ISLAMABAD – The Supreme Court on Thursday issued arrest warrants for Pakistan’s former ambassador to the US Husain Haqqani in the Memogate case. A three-member bench, headed by Chief Justice Mian Saqib Nisar issued the warrants against the former envoy
ISLAMABAD – The Supreme Court on Thursday issued arrest warrants for Pakistan’s former ambassador to the US Husain Haqqani in the Memogate case.
A three-member bench, headed by Chief Justice Mian Saqib Nisar issued the warrants against the former envoy for violating the oath.
During the hearing, Bashir Memon, Director General Federal Investigation Agency (FIA), said that a letter has been written to Interpol for the issuance of red warrants against Haqqani.
At the last hearing, the apex court summoned the secretaries of the interior and foreign ministers, and the Federal Investigation Agency director general to inform the court about possible measures to bring former ambassador Husain Haqqani to Pakistan.
During the hearing Advocate on Record (AOR) Chaudhry Akhtar and Asma Jahangir appeared before in the court and withdrew their Wakalatnaama.
On Wednesday, Husain Haqqani instructed his advocate on record and counsel to withdraw from further Supreme Court proceedings in the Memogate case, saying “these have no relevance in the eyes of the world at a time when the standing of Pakistan’s politicised judiciary is at its lowest.
Husain Haqqani’s Reaction
Haqqani in reaction over the arrest warrant says, “Such political ‘warrants’ have not been honored abroad in the past, and will not work now,” adding, “Similar ‘Made for TV News’ warrants issued for Mohtarma Benazir Bhutto in 2006 and former General Pervez Musharraf in 2012 did not work nor were they effective against Mr. Altaf Hussain”.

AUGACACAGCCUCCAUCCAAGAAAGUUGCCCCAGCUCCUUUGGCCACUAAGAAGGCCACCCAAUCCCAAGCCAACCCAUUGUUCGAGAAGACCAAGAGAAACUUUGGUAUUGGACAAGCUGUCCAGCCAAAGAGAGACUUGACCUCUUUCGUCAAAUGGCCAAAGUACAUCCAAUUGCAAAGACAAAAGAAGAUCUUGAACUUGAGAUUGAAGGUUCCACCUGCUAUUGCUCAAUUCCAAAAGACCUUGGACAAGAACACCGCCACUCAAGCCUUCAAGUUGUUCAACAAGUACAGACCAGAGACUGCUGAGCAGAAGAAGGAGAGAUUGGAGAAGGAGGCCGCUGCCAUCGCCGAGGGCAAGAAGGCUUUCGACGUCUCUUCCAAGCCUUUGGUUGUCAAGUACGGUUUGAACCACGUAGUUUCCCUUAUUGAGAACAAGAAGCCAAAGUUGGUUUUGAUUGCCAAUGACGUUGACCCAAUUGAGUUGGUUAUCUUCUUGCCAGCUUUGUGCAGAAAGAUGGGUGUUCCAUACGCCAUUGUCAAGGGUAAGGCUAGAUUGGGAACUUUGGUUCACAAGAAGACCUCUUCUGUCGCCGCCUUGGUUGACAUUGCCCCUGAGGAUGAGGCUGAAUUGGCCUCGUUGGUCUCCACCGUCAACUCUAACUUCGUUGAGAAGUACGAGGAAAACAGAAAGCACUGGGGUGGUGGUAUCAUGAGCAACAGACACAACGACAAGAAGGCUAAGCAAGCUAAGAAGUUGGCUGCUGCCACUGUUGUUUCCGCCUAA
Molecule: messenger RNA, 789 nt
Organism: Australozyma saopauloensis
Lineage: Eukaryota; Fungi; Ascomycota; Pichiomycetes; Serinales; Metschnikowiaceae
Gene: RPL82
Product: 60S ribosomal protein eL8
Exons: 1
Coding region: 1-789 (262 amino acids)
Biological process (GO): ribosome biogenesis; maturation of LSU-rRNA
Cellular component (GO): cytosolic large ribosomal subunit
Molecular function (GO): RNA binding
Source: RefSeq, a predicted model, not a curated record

He said, “I have read with mild amusement the Pakistan Supreme Court’s claim to have issued international warrants for my arrest for failing to appear before it”.
Questioning authority of the apex court, the former ambassador said: “Nowhere in the world do Supreme Courts issue warrants, that being a function reserved for trial courts. I have not been charged with any crime and have not been put on trial”.
The Memogate scandal surfaced in 2011 when Pakistani-American businessman Mansoor Ijaz revealed that he had received a letter against Pakistan Army from Haqqani for the then-US joint chiefs chairman Admiral Mike Mullen.
Following Ijaz’s claims, a judicial commission was set up to probe the memo, which mentioned a possible military take over in Pakistan following the killing of Osama bin Laden in a US raid in Abbottabad.
In the memo, assistance was sought from the US to save the then government of Pakistan Peoples Party (PPP) giving an impression that PPP government is Pro-US.
Later, the judicial commission found that the memo was written by the former ambassador and was authentic.
The matter was taken to the Supreme Court by then opposition leader Nawaz Sharif after which Haqqani had resigned as an envoy.
‘Pakistan’s politicised judiciary is at its lowest’
Haqqani in a statement yesterday said, “no expectation of justice or fair play from the Pakistani establishment, of which the Supreme Court is an integral part” and described renewal of the Memogate case after a hiatus of six tears as “an attempt to revive propaganda against me in anticipation of my forthcoming book ‘Reimagining Pakistan.”
“For over six years no criminal charges have been filed or trial initiated against me because I committed no crime,” Haqqani declared, adding, “Indeed, the Supreme Court has yet to say what if any crime was committed and why it continues to act as court of the first instance instead of serving as court of final appeal.”